TELLING someone your favourite films, books or songs can reveal part of your personality.

In the case of Masterchef presenter Gregg Wallace the three songs which sum him up are:

- Moon River -It was the song playing when his wife said she loved him for the first time.

- Green Onions -Gregg uses it as he walk on music for his show.

- Any song by Squeeze as they are from South East London just like Gregg.

The cheeky chappie former costermonger has risen from selling his fruit and vegetables in Covent Garden to being the presenter of MasterChef, Celebrity MasterChef and MasterChef: The Professionals on BBC One as well as presenting Inside the Factory and East Well for Less.

Two of the big lessons which Gregg has learnt throughout his life are to trust his instinct and go with his gut feeling and make friends with everyone whether you like them or not as you never know when you might need their help.

As someone who deals with food in Masterchef what would Gregg define as good food?

He said: “Brilliant, the best food of your life, one of the best dishes you have ever eaten all cooked by someone who is passionate about food.

“It is all about the sight, sound and smell of cooking when preparing the dish.

"The best food is made by people who know about the dishes they are making and know them so well. Experimental food never really works.”

Gregg has been presenting Masterchef for 13years since its revamp in 2005.

What does he think makes this programme such a big hit with viewers?

He said: “Even though it is the same shape (same structure to the show), no two shows are ever the same.

“It is like playing backgammon, the board is the same but you are playing with dice and so never know the outcome.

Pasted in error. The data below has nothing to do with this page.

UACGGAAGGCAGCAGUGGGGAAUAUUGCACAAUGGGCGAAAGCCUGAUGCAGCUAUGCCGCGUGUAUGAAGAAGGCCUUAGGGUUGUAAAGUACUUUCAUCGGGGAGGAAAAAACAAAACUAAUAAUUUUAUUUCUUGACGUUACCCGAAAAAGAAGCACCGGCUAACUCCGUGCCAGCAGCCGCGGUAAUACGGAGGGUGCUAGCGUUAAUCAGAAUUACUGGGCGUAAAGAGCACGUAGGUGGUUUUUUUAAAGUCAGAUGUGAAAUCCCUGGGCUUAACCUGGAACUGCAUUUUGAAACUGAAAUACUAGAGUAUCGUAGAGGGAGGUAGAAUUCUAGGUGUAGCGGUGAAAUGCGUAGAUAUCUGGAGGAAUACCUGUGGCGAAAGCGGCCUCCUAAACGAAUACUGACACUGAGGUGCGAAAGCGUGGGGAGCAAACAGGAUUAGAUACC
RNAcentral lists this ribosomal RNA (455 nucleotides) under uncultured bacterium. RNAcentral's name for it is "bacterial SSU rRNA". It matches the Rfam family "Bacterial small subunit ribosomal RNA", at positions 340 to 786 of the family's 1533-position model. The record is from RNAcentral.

“What Masterchef has always been about is people. I do not know what it does for those who take part but I do know their level of cooking especially those who make it to the end improves dramatically.

“They are focussed on cooking and nothing else for three months as this is how long it takes to film a series.

“We show them what they were like three months ago and they cannot believe the change to their cooking.

"It would be like if they practicing playing a trombone, they would be great trombone players.

“What makes it a good show, I think there are a couple of factors.

"It works as a single episode, you can watch bits of them and it works if you watch someone’s progress throughout the programme.

“And in the end it is all about people chasing their dreams which is highly addictive.

“What I hope the viewer gets from the show is an enriched experience and comes away from watching it feeling good.

"There is a positive emotion in watching people (the chefs) and it is uplifting.

“It puts a smile on their faces and sunshine in their hearts.”

Gregg will aiming to put smiles on peoples faces when he appears at the Yeovil Literary Festival on Saturday, October 27.

His brand new show will be making hilarious behind the scenes tales with demonstrations and audience fun and games.

Explaining what will happen Gregg said: “I talk about how I went from selling fruit and vegetables to being on television.

"There was no obvious route for me to get onto television.

"People want to know my story and what it is like to be famous and what happens to you when you become famous.

“I will look at what and how we eat today and talk about Eat Well For Less.”

Tickets to see Gregg Wallace in the Octagon Auditorium cost £40 VIP (includes meet and greet), merchandise ticket £30 (includes signed merchandise) and Tickets £20 with concessions £18.50.

Book online at or call the box office on 01935 422884.

n For all you Inside the Factory fans, a new series will be returning.

Gregg said he had been to Quality Street factory to see how the sweets were made.

He would love to go to more sweet factories and one of his favourite episodes was visiting the Lovehearts factory.